A potent hybrid of medical history/journal and memoir.

Pub Date: April 2, 2019

ISBN: 978-0-7352-1090-5

Page Count: 320

Publisher: Avery

Review Posted Online: Feb. 3, 2019

Kirkus Reviews Issue: Feb. 15, 2019

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If the authors are serious, this is a silly, distasteful book. If they are not, it’s a brilliant satire.


The authors have created a sort of anti-Book of Virtues in this encyclopedic compendium of the ways and means of power.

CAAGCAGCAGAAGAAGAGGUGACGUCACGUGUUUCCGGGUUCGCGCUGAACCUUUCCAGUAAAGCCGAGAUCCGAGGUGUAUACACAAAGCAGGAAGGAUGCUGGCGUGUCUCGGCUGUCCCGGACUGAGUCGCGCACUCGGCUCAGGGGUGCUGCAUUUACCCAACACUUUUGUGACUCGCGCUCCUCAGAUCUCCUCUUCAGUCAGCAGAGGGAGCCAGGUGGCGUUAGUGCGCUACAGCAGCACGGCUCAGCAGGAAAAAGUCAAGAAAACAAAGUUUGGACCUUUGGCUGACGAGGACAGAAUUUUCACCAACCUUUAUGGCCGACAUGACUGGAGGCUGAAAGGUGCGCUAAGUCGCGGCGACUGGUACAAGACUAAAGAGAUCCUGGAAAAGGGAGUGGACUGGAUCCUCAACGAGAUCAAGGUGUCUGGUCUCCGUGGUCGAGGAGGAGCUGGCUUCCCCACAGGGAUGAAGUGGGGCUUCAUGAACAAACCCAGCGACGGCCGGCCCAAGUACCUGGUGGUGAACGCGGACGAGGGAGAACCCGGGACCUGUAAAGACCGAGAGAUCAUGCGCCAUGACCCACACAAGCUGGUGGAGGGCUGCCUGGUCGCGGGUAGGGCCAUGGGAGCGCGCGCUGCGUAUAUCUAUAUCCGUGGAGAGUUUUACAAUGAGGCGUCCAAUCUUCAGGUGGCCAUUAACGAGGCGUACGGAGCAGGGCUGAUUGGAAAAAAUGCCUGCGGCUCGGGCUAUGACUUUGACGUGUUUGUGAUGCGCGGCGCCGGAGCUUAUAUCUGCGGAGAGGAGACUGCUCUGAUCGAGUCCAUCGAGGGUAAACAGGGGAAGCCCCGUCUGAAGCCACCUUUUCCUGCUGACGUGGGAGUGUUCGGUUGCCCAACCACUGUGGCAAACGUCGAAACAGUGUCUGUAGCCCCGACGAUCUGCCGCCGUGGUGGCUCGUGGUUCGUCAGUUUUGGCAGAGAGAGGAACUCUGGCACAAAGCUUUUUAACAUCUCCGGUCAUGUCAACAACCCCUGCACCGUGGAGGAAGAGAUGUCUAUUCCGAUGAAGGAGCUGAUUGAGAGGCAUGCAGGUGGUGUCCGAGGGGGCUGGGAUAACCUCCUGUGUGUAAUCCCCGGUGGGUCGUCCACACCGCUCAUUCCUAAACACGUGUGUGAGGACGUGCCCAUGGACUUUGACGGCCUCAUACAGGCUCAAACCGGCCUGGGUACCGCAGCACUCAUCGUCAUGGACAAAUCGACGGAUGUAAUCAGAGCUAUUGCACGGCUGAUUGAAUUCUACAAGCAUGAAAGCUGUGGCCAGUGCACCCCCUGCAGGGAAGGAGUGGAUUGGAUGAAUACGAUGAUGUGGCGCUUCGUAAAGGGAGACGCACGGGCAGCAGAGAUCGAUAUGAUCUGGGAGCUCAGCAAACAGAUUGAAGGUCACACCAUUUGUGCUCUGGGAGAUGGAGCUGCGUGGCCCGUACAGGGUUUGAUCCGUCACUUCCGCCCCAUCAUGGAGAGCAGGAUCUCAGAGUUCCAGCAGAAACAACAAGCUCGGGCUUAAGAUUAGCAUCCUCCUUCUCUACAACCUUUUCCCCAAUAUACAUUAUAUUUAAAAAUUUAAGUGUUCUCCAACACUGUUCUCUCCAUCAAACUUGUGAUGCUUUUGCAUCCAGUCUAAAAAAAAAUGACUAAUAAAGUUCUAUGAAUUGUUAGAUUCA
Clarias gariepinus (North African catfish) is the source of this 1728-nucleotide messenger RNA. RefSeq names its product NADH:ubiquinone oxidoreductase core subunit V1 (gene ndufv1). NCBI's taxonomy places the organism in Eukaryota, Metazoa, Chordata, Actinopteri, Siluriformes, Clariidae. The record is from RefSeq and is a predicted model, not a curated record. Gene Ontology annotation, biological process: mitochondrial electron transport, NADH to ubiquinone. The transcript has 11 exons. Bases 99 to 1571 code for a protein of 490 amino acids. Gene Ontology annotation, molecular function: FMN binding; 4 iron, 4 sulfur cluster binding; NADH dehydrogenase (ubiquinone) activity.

Everyone wants power and everyone is in a constant duplicitous game to gain more power at the expense of others, according to Greene, a screenwriter and former editor at Esquire (Elffers, a book packager, designed the volume, with its attractive marginalia). We live today as courtiers once did in royal courts: we must appear civil while attempting to crush all those around us. This power game can be played well or poorly, and in these 48 laws culled from the history and wisdom of the world’s greatest power players are the rules that must be followed to win. These laws boil down to being as ruthless, selfish, manipulative, and deceitful as possible. Each law, however, gets its own chapter: “Conceal Your Intentions,” “Always Say Less Than Necessary,” “Pose as a Friend, Work as a Spy,” and so on. Each chapter is conveniently broken down into sections on what happened to those who transgressed or observed the particular law, the key elements in this law, and ways to defensively reverse this law when it’s used against you. Quotations in the margins amplify the lesson being taught. While compelling in the way an auto accident might be, the book is simply nonsense. Rules often contradict each other. We are told, for instance, to “be conspicuous at all cost,” then told to “behave like others.” More seriously, Greene never really defines “power,” and he merely asserts, rather than offers evidence for, the Hobbesian world of all against all in which he insists we live. The world may be like this at times, but often it isn’t. To ask why this is so would be a far more useful project.